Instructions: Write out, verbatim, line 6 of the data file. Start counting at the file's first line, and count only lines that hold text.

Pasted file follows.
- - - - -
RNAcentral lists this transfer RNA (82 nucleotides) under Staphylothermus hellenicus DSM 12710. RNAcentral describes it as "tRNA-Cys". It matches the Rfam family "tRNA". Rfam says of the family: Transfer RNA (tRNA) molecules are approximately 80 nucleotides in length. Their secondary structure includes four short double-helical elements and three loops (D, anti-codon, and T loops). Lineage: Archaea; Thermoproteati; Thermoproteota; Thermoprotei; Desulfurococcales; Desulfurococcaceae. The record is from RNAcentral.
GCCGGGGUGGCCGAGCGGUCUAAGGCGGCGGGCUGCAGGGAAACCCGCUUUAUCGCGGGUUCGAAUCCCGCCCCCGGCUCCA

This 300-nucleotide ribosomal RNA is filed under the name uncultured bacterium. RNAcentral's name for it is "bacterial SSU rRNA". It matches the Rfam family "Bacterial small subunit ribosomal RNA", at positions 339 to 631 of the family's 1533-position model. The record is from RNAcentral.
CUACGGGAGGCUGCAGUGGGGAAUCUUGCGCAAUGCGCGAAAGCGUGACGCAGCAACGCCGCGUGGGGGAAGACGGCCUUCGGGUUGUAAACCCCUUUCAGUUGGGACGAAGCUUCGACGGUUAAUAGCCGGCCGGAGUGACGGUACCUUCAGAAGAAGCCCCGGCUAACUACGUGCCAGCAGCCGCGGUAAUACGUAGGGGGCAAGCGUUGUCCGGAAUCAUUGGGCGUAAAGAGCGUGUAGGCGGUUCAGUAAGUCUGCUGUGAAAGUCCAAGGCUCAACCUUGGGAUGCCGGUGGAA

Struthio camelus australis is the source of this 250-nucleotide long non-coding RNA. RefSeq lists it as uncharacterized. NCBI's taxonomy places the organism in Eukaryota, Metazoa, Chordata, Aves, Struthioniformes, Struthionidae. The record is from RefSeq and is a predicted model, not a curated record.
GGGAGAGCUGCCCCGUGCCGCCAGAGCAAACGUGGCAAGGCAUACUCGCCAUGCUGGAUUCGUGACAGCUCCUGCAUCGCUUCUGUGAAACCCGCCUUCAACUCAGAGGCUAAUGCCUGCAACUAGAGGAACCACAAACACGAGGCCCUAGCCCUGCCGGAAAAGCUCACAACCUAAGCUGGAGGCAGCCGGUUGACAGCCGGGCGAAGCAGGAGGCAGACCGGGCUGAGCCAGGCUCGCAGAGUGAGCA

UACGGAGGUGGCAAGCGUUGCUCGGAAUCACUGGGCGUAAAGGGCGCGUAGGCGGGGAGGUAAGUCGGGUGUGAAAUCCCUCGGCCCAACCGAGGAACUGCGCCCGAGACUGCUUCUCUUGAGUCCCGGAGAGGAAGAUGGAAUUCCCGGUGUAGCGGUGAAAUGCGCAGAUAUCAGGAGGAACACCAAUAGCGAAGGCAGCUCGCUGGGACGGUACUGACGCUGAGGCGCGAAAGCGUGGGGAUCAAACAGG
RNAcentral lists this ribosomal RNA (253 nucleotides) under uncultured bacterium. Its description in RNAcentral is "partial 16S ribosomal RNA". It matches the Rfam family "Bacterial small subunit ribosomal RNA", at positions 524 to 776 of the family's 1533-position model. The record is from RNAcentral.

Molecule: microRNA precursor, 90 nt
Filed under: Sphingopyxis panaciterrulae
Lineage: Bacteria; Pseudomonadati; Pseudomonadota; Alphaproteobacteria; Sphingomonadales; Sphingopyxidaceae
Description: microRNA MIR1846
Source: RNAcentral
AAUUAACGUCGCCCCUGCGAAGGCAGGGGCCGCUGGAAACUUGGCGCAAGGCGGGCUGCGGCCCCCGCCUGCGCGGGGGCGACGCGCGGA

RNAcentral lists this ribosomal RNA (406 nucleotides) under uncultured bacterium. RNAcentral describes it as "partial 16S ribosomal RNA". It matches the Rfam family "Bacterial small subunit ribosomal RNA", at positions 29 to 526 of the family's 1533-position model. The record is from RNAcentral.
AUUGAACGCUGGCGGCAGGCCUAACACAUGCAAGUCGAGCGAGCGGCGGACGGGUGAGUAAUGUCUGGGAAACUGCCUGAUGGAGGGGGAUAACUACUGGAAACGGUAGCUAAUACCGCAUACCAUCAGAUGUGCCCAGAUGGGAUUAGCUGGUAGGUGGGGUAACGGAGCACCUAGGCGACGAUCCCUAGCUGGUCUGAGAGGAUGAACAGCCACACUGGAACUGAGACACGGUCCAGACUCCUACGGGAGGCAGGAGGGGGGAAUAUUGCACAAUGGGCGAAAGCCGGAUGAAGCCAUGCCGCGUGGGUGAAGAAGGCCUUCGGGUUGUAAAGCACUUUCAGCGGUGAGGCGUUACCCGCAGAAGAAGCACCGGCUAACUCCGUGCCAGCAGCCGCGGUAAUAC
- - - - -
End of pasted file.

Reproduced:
GGGAGAGCUGCCCCGUGCCGCCAGAGCAAACGUGGCAAGGCAUACUCGCCAUGCUGGAUUCGUGACAGCUCCUGCAUCGCUUCUGUGAAACCCGCCUUCAACUCAGAGGCUAAUGCCUGCAACUAGAGGAACCACAAACACGAGGCCCUAGCCCUGCCGGAAAAGCUCACAACCUAAGCUGGAGGCAGCCGGUUGACAGCCGGGCGAAGCAGGAGGCAGACCGGGCUGAGCCAGGCUCGCAGAGUGAGCA